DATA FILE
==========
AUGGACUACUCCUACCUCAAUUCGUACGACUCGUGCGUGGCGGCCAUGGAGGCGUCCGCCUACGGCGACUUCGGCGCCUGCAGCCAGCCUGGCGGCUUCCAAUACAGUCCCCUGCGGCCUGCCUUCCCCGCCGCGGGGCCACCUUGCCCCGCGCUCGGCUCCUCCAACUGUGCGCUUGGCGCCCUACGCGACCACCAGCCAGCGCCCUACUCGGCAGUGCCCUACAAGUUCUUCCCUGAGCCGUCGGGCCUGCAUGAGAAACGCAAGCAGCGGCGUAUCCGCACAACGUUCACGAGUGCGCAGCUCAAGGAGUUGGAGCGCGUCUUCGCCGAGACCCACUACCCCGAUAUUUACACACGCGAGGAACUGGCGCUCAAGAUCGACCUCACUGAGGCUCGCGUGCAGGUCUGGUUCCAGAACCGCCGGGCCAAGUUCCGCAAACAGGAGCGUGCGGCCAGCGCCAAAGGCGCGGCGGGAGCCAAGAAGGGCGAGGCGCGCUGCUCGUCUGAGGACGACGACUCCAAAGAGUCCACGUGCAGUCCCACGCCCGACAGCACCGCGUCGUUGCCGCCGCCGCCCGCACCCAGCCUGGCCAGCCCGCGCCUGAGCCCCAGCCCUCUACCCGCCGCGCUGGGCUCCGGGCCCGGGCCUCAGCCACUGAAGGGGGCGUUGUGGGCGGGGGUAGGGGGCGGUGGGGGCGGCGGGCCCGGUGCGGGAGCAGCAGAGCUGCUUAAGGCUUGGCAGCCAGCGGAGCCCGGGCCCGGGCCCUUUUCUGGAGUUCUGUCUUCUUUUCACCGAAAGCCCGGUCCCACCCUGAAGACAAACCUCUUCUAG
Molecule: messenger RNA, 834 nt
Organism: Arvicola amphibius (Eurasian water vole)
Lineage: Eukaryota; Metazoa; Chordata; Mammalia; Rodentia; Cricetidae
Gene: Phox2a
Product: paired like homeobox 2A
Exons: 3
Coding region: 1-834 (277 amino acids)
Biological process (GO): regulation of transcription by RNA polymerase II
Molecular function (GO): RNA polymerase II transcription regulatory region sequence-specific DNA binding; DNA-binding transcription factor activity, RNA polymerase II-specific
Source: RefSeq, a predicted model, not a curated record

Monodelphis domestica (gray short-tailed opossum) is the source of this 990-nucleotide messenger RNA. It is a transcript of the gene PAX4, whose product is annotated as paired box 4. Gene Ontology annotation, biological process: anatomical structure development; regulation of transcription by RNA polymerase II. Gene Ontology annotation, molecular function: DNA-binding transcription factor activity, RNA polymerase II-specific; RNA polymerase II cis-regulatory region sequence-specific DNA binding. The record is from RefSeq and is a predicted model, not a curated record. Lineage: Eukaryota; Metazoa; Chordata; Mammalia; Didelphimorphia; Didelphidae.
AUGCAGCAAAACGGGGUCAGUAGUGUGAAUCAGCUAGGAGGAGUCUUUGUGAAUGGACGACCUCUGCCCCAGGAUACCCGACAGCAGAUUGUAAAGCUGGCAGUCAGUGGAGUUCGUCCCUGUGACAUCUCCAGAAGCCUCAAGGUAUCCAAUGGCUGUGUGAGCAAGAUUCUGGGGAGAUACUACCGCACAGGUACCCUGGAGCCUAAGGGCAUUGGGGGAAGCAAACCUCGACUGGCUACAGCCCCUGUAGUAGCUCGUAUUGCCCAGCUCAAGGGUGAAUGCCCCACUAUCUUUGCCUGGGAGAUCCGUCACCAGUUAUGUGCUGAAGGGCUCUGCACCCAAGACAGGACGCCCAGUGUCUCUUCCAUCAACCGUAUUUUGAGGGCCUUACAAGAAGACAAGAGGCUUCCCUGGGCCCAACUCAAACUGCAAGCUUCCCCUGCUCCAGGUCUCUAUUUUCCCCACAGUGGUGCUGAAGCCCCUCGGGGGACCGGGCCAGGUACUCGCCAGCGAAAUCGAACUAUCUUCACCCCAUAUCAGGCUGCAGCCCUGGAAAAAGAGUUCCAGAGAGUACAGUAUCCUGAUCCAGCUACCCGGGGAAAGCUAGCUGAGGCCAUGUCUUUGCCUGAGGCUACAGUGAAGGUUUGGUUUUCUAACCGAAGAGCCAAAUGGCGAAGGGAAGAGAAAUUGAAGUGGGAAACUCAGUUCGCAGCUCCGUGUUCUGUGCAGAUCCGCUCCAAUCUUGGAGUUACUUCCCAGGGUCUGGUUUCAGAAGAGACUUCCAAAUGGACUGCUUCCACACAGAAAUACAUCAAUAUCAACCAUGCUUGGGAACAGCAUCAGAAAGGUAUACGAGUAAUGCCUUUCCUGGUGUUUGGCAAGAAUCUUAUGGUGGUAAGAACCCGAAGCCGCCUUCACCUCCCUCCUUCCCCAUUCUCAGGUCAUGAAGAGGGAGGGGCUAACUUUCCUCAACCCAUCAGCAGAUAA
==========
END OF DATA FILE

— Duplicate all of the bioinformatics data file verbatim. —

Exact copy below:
AUGGACUACUCCUACCUCAAUUCGUACGACUCGUGCGUGGCGGCCAUGGAGGCGUCCGCCUACGGCGACUUCGGCGCCUGCAGCCAGCCUGGCGGCUUCCAAUACAGUCCCCUGCGGCCUGCCUUCCCCGCCGCGGGGCCACCUUGCCCCGCGCUCGGCUCCUCCAACUGUGCGCUUGGCGCCCUACGCGACCACCAGCCAGCGCCCUACUCGGCAGUGCCCUACAAGUUCUUCCCUGAGCCGUCGGGCCUGCAUGAGAAACGCAAGCAGCGGCGUAUCCGCACAACGUUCACGAGUGCGCAGCUCAAGGAGUUGGAGCGCGUCUUCGCCGAGACCCACUACCCCGAUAUUUACACACGCGAGGAACUGGCGCUCAAGAUCGACCUCACUGAGGCUCGCGUGCAGGUCUGGUUCCAGAACCGCCGGGCCAAGUUCCGCAAACAGGAGCGUGCGGCCAGCGCCAAAGGCGCGGCGGGAGCCAAGAAGGGCGAGGCGCGCUGCUCGUCUGAGGACGACGACUCCAAAGAGUCCACGUGCAGUCCCACGCCCGACAGCACCGCGUCGUUGCCGCCGCCGCCCGCACCCAGCCUGGCCAGCCCGCGCCUGAGCCCCAGCCCUCUACCCGCCGCGCUGGGCUCCGGGCCCGGGCCUCAGCCACUGAAGGGGGCGUUGUGGGCGGGGGUAGGGGGCGGUGGGGGCGGCGGGCCCGGUGCGGGAGCAGCAGAGCUGCUUAAGGCUUGGCAGCCAGCGGAGCCCGGGCCCGGGCCCUUUUCUGGAGUUCUGUCUUCUUUUCACCGAAAGCCCGGUCCCACCCUGAAGACAAACCUCUUCUAG
Molecule: messenger RNA, 834 nt
Organism: Arvicola amphibius (Eurasian water vole)
Lineage: Eukaryota; Metazoa; Chordata; Mammalia; Rodentia; Cricetidae
Gene: Phox2a
Product: paired like homeobox 2A
Exons: 3
Coding region: 1-834 (277 amino acids)
Biological process (GO): regulation of transcription by RNA polymerase II
Molecular function (GO): RNA polymerase II transcription regulatory region sequence-specific DNA binding; DNA-binding transcription factor activity, RNA polymerase II-specific
Source: RefSeq, a predicted model, not a curated record

Monodelphis domestica (gray short-tailed opossum) is the source of this 990-nucleotide messenger RNA. It is a transcript of the gene PAX4, whose product is annotated as paired box 4. Gene Ontology annotation, biological process: anatomical structure development; regulation of transcription by RNA polymerase II. Gene Ontology annotation, molecular function: DNA-binding transcription factor activity, RNA polymerase II-specific; RNA polymerase II cis-regulatory region sequence-specific DNA binding. The record is from RefSeq and is a predicted model, not a curated record. Lineage: Eukaryota; Metazoa; Chordata; Mammalia; Didelphimorphia; Didelphidae.
AUGCAGCAAAACGGGGUCAGUAGUGUGAAUCAGCUAGGAGGAGUCUUUGUGAAUGGACGACCUCUGCCCCAGGAUACCCGACAGCAGAUUGUAAAGCUGGCAGUCAGUGGAGUUCGUCCCUGUGACAUCUCCAGAAGCCUCAAGGUAUCCAAUGGCUGUGUGAGCAAGAUUCUGGGGAGAUACUACCGCACAGGUACCCUGGAGCCUAAGGGCAUUGGGGGAAGCAAACCUCGACUGGCUACAGCCCCUGUAGUAGCUCGUAUUGCCCAGCUCAAGGGUGAAUGCCCCACUAUCUUUGCCUGGGAGAUCCGUCACCAGUUAUGUGCUGAAGGGCUCUGCACCCAAGACAGGACGCCCAGUGUCUCUUCCAUCAACCGUAUUUUGAGGGCCUUACAAGAAGACAAGAGGCUUCCCUGGGCCCAACUCAAACUGCAAGCUUCCCCUGCUCCAGGUCUCUAUUUUCCCCACAGUGGUGCUGAAGCCCCUCGGGGGACCGGGCCAGGUACUCGCCAGCGAAAUCGAACUAUCUUCACCCCAUAUCAGGCUGCAGCCCUGGAAAAAGAGUUCCAGAGAGUACAGUAUCCUGAUCCAGCUACCCGGGGAAAGCUAGCUGAGGCCAUGUCUUUGCCUGAGGCUACAGUGAAGGUUUGGUUUUCUAACCGAAGAGCCAAAUGGCGAAGGGAAGAGAAAUUGAAGUGGGAAACUCAGUUCGCAGCUCCGUGUUCUGUGCAGAUCCGCUCCAAUCUUGGAGUUACUUCCCAGGGUCUGGUUUCAGAAGAGACUUCCAAAUGGACUGCUUCCACACAGAAAUACAUCAAUAUCAACCAUGCUUGGGAACAGCAUCAGAAAGGUAUACGAGUAAUGCCUUUCCUGGUGUUUGGCAAGAAUCUUAUGGUGGUAAGAACCCGAAGCCGCCUUCACCUCCCUCCUUCCCCAUUCUCAGGUCAUGAAGAGGGAGGGGCUAACUUUCCUCAACCCAUCAGCAGAUAA